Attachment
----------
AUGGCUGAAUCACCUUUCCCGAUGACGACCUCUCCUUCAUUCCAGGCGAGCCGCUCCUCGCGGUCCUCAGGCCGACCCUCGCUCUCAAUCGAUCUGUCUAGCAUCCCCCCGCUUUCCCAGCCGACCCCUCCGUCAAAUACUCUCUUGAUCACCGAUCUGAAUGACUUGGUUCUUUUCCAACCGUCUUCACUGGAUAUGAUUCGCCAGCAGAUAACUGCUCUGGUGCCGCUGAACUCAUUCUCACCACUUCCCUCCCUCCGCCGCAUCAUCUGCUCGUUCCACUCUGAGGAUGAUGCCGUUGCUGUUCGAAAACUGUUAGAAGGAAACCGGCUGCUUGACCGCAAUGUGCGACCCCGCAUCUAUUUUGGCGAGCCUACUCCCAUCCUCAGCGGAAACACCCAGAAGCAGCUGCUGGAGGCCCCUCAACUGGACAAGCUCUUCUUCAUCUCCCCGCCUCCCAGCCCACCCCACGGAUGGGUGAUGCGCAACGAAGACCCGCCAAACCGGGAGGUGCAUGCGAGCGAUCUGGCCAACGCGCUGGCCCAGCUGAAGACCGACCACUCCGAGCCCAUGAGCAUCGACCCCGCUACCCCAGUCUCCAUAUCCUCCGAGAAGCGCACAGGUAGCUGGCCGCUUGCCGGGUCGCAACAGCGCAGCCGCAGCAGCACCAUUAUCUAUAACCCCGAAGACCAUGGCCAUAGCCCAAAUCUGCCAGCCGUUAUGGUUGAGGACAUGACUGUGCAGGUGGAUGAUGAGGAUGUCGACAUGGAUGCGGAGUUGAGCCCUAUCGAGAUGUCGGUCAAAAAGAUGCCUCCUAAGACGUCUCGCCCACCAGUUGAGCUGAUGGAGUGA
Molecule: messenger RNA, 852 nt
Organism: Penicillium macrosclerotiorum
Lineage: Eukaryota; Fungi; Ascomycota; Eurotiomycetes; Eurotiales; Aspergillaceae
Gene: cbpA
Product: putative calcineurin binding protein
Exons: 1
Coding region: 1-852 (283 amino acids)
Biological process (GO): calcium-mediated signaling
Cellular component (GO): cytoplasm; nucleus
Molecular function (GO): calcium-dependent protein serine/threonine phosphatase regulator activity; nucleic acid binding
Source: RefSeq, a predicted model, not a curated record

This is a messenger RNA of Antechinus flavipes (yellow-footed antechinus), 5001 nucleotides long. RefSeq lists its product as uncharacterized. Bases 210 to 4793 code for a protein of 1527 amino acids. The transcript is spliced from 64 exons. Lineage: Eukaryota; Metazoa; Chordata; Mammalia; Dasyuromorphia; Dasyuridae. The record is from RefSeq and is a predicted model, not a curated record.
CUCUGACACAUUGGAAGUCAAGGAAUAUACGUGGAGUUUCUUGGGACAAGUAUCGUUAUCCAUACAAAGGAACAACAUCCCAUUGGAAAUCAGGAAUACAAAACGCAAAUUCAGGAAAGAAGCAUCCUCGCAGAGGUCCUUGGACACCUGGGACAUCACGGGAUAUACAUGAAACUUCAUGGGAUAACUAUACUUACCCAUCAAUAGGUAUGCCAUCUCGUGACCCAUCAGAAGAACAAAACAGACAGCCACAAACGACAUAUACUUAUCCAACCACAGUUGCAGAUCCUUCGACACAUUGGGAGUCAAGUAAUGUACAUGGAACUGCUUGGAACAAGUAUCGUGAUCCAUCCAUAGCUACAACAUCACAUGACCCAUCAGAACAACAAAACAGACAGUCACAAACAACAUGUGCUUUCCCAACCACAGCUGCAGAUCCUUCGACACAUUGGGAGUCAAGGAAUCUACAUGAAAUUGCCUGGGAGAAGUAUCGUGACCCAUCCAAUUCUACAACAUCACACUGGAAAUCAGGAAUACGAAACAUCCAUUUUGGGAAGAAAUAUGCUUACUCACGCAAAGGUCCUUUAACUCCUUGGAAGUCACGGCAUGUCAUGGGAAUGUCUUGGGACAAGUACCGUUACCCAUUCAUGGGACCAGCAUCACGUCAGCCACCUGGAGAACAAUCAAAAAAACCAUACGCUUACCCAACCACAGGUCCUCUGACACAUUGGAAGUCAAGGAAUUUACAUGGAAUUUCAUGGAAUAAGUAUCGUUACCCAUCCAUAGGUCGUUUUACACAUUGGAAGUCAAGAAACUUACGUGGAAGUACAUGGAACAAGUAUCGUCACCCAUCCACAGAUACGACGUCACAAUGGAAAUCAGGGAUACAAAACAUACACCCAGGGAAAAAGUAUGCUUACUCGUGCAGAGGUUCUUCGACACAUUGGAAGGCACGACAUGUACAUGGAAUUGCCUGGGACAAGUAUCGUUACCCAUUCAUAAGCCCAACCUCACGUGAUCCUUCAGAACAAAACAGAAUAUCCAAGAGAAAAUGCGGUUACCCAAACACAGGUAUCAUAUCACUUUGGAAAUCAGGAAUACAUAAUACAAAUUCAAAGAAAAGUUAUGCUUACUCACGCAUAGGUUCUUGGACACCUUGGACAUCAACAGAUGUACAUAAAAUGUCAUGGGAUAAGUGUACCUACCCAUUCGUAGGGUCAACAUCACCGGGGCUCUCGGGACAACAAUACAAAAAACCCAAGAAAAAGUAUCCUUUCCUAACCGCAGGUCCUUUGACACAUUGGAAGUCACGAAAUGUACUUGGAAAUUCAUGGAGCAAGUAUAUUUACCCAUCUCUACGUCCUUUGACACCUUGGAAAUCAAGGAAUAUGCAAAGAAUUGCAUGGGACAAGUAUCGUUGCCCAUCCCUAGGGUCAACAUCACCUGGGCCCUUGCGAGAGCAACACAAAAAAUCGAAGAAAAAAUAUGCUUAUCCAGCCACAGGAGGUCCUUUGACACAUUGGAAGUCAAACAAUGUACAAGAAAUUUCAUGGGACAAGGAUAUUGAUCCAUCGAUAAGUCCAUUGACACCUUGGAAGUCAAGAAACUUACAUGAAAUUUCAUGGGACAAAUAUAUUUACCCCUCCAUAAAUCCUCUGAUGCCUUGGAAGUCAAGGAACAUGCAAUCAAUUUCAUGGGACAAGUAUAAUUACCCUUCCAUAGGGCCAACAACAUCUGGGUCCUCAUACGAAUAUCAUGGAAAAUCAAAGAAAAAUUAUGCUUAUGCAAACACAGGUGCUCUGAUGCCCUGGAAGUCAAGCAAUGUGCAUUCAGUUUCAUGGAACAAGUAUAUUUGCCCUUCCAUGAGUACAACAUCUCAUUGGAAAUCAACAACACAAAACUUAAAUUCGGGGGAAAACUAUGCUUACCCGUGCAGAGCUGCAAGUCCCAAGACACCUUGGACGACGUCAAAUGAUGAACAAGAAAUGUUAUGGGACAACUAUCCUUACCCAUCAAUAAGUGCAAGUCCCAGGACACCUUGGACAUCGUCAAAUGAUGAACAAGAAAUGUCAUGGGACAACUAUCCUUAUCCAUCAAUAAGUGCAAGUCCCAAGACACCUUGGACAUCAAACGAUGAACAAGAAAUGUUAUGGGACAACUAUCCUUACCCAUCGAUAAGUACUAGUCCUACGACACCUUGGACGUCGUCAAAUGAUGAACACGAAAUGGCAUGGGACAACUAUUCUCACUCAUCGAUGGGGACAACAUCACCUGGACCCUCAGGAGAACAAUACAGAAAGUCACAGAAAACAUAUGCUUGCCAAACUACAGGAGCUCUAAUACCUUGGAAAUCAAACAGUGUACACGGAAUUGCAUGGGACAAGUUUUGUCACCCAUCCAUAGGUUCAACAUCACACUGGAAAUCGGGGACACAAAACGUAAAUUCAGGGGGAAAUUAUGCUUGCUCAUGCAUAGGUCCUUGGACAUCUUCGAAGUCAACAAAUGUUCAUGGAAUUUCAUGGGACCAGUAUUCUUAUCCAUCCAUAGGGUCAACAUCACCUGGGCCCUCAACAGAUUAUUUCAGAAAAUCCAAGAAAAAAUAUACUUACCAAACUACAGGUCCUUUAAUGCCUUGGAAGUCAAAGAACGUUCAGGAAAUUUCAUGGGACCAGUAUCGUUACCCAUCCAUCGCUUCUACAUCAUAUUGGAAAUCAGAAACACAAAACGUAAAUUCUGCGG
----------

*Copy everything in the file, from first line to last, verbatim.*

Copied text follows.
AUGGCUGAAUCACCUUUCCCGAUGACGACCUCUCCUUCAUUCCAGGCGAGCCGCUCCUCGCGGUCCUCAGGCCGACCCUCGCUCUCAAUCGAUCUGUCUAGCAUCCCCCCGCUUUCCCAGCCGACCCCUCCGUCAAAUACUCUCUUGAUCACCGAUCUGAAUGACUUGGUUCUUUUCCAACCGUCUUCACUGGAUAUGAUUCGCCAGCAGAUAACUGCUCUGGUGCCGCUGAACUCAUUCUCACCACUUCCCUCCCUCCGCCGCAUCAUCUGCUCGUUCCACUCUGAGGAUGAUGCCGUUGCUGUUCGAAAACUGUUAGAAGGAAACCGGCUGCUUGACCGCAAUGUGCGACCCCGCAUCUAUUUUGGCGAGCCUACUCCCAUCCUCAGCGGAAACACCCAGAAGCAGCUGCUGGAGGCCCCUCAACUGGACAAGCUCUUCUUCAUCUCCCCGCCUCCCAGCCCACCCCACGGAUGGGUGAUGCGCAACGAAGACCCGCCAAACCGGGAGGUGCAUGCGAGCGAUCUGGCCAACGCGCUGGCCCAGCUGAAGACCGACCACUCCGAGCCCAUGAGCAUCGACCCCGCUACCCCAGUCUCCAUAUCCUCCGAGAAGCGCACAGGUAGCUGGCCGCUUGCCGGGUCGCAACAGCGCAGCCGCAGCAGCACCAUUAUCUAUAACCCCGAAGACCAUGGCCAUAGCCCAAAUCUGCCAGCCGUUAUGGUUGAGGACAUGACUGUGCAGGUGGAUGAUGAGGAUGUCGACAUGGAUGCGGAGUUGAGCCCUAUCGAGAUGUCGGUCAAAAAGAUGCCUCCUAAGACGUCUCGCCCACCAGUUGAGCUGAUGGAGUGA
Molecule: messenger RNA, 852 nt
Organism: Penicillium macrosclerotiorum
Lineage: Eukaryota; Fungi; Ascomycota; Eurotiomycetes; Eurotiales; Aspergillaceae
Gene: cbpA
Product: putative calcineurin binding protein
Exons: 1
Coding region: 1-852 (283 amino acids)
Biological process (GO): calcium-mediated signaling
Cellular component (GO): cytoplasm; nucleus
Molecular function (GO): calcium-dependent protein serine/threonine phosphatase regulator activity; nucleic acid binding
Source: RefSeq, a predicted model, not a curated record

This is a messenger RNA of Antechinus flavipes (yellow-footed antechinus), 5001 nucleotides long. RefSeq lists its product as uncharacterized. Bases 210 to 4793 code for a protein of 1527 amino acids. The transcript is spliced from 64 exons. Lineage: Eukaryota; Metazoa; Chordata; Mammalia; Dasyuromorphia; Dasyuridae. The record is from RefSeq and is a predicted model, not a curated record.
CUCUGACACAUUGGAAGUCAAGGAAUAUACGUGGAGUUUCUUGGGACAAGUAUCGUUAUCCAUACAAAGGAACAACAUCCCAUUGGAAAUCAGGAAUACAAAACGCAAAUUCAGGAAAGAAGCAUCCUCGCAGAGGUCCUUGGACACCUGGGACAUCACGGGAUAUACAUGAAACUUCAUGGGAUAACUAUACUUACCCAUCAAUAGGUAUGCCAUCUCGUGACCCAUCAGAAGAACAAAACAGACAGCCACAAACGACAUAUACUUAUCCAACCACAGUUGCAGAUCCUUCGACACAUUGGGAGUCAAGUAAUGUACAUGGAACUGCUUGGAACAAGUAUCGUGAUCCAUCCAUAGCUACAACAUCACAUGACCCAUCAGAACAACAAAACAGACAGUCACAAACAACAUGUGCUUUCCCAACCACAGCUGCAGAUCCUUCGACACAUUGGGAGUCAAGGAAUCUACAUGAAAUUGCCUGGGAGAAGUAUCGUGACCCAUCCAAUUCUACAACAUCACACUGGAAAUCAGGAAUACGAAACAUCCAUUUUGGGAAGAAAUAUGCUUACUCACGCAAAGGUCCUUUAACUCCUUGGAAGUCACGGCAUGUCAUGGGAAUGUCUUGGGACAAGUACCGUUACCCAUUCAUGGGACCAGCAUCACGUCAGCCACCUGGAGAACAAUCAAAAAAACCAUACGCUUACCCAACCACAGGUCCUCUGACACAUUGGAAGUCAAGGAAUUUACAUGGAAUUUCAUGGAAUAAGUAUCGUUACCCAUCCAUAGGUCGUUUUACACAUUGGAAGUCAAGAAACUUACGUGGAAGUACAUGGAACAAGUAUCGUCACCCAUCCACAGAUACGACGUCACAAUGGAAAUCAGGGAUACAAAACAUACACCCAGGGAAAAAGUAUGCUUACUCGUGCAGAGGUUCUUCGACACAUUGGAAGGCACGACAUGUACAUGGAAUUGCCUGGGACAAGUAUCGUUACCCAUUCAUAAGCCCAACCUCACGUGAUCCUUCAGAACAAAACAGAAUAUCCAAGAGAAAAUGCGGUUACCCAAACACAGGUAUCAUAUCACUUUGGAAAUCAGGAAUACAUAAUACAAAUUCAAAGAAAAGUUAUGCUUACUCACGCAUAGGUUCUUGGACACCUUGGACAUCAACAGAUGUACAUAAAAUGUCAUGGGAUAAGUGUACCUACCCAUUCGUAGGGUCAACAUCACCGGGGCUCUCGGGACAACAAUACAAAAAACCCAAGAAAAAGUAUCCUUUCCUAACCGCAGGUCCUUUGACACAUUGGAAGUCACGAAAUGUACUUGGAAAUUCAUGGAGCAAGUAUAUUUACCCAUCUCUACGUCCUUUGACACCUUGGAAAUCAAGGAAUAUGCAAAGAAUUGCAUGGGACAAGUAUCGUUGCCCAUCCCUAGGGUCAACAUCACCUGGGCCCUUGCGAGAGCAACACAAAAAAUCGAAGAAAAAAUAUGCUUAUCCAGCCACAGGAGGUCCUUUGACACAUUGGAAGUCAAACAAUGUACAAGAAAUUUCAUGGGACAAGGAUAUUGAUCCAUCGAUAAGUCCAUUGACACCUUGGAAGUCAAGAAACUUACAUGAAAUUUCAUGGGACAAAUAUAUUUACCCCUCCAUAAAUCCUCUGAUGCCUUGGAAGUCAAGGAACAUGCAAUCAAUUUCAUGGGACAAGUAUAAUUACCCUUCCAUAGGGCCAACAACAUCUGGGUCCUCAUACGAAUAUCAUGGAAAAUCAAAGAAAAAUUAUGCUUAUGCAAACACAGGUGCUCUGAUGCCCUGGAAGUCAAGCAAUGUGCAUUCAGUUUCAUGGAACAAGUAUAUUUGCCCUUCCAUGAGUACAACAUCUCAUUGGAAAUCAACAACACAAAACUUAAAUUCGGGGGAAAACUAUGCUUACCCGUGCAGAGCUGCAAGUCCCAAGACACCUUGGACGACGUCAAAUGAUGAACAAGAAAUGUUAUGGGACAACUAUCCUUACCCAUCAAUAAGUGCAAGUCCCAGGACACCUUGGACAUCGUCAAAUGAUGAACAAGAAAUGUCAUGGGACAACUAUCCUUAUCCAUCAAUAAGUGCAAGUCCCAAGACACCUUGGACAUCAAACGAUGAACAAGAAAUGUUAUGGGACAACUAUCCUUACCCAUCGAUAAGUACUAGUCCUACGACACCUUGGACGUCGUCAAAUGAUGAACACGAAAUGGCAUGGGACAACUAUUCUCACUCAUCGAUGGGGACAACAUCACCUGGACCCUCAGGAGAACAAUACAGAAAGUCACAGAAAACAUAUGCUUGCCAAACUACAGGAGCUCUAAUACCUUGGAAAUCAAACAGUGUACACGGAAUUGCAUGGGACAAGUUUUGUCACCCAUCCAUAGGUUCAACAUCACACUGGAAAUCGGGGACACAAAACGUAAAUUCAGGGGGAAAUUAUGCUUGCUCAUGCAUAGGUCCUUGGACAUCUUCGAAGUCAACAAAUGUUCAUGGAAUUUCAUGGGACCAGUAUUCUUAUCCAUCCAUAGGGUCAACAUCACCUGGGCCCUCAACAGAUUAUUUCAGAAAAUCCAAGAAAAAAUAUACUUACCAAACUACAGGUCCUUUAAUGCCUUGGAAGUCAAAGAACGUUCAGGAAAUUUCAUGGGACCAGUAUCGUUACCCAUCCAUCGCUUCUACAUCAUAUUGGAAAUCAGAAACACAAAACGUAAAUUCUGCGG